Having drawn all his life, Brian became a freelance illustrator. He got into the Seattle arts scene by participating in a comics collective where a group of cartoonists self-published and distributed a quarterly anthology around the Pacific Northwest. It was then he decided he wanted a career in illustration, design, and animation, where he could develop characters for TV shows. So he went back to school for digital media-animation at Otis College of Art and Design in California. But his love of moving from one adventure to the next led him to a new opportunity—a design internship at an aerospace company. 

When Brian saw 2A’s job posting for a motion designer, his eyes lit up. Here was a creative agency that was neither a startup nor a big, faceless corporation. His hunch was validated during the interview process, where it was clear that 2A’s welcoming atmosphere meant he could be a vital part of the team.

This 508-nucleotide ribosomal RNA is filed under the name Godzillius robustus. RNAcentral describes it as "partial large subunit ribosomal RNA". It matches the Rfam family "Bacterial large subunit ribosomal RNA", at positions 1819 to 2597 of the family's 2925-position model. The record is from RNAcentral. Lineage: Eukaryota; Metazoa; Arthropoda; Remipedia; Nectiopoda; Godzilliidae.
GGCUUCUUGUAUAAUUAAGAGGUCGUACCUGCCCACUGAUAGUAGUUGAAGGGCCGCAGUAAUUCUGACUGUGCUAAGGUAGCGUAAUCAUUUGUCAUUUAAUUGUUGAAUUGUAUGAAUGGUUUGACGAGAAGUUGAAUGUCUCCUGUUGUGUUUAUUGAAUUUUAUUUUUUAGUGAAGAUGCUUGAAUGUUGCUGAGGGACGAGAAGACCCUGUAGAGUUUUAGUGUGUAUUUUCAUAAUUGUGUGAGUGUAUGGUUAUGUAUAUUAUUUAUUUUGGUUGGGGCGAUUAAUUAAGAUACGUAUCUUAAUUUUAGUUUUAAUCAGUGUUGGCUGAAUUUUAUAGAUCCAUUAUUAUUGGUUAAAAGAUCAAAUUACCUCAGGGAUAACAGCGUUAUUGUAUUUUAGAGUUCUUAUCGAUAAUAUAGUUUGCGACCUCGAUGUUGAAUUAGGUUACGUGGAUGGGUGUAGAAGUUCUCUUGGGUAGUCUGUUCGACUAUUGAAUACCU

Outside of work, Brian draws fantastical and whimsical characters and environments, influenced greatly by 70s French sci-fi cartoonists. He’s singularly drawn to the aesthetic shape of the egg because of its fluid curves, and this shape informs his endless fussing over home décor decisions. Brian is also extremely meticulous and detailed, a trait that bodes well for developing tricky motion videos. 

When asked what he’d like to be known for the most, he replied, “I want to be that approachable person you can easily talk to about anything while also putting a smile on your face.” Having already won the hearts of 2A clients—and staff—we think his hopes have already been set in motion. 

By BB Bickel

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Image by Emily Zheng

Being an anthropologist makes for a great consultant. What’s that again? Yes, when it comes to Olivia Witt, 2A consultant extraordinaire, her years spent learning why people are the way they are now helps her wow 2A clients. Adding to her expertise on the science of humanity, her previous tenure at boutique marketing and advertising agencies revealed her love for producing content that best reflects a brand’s vision.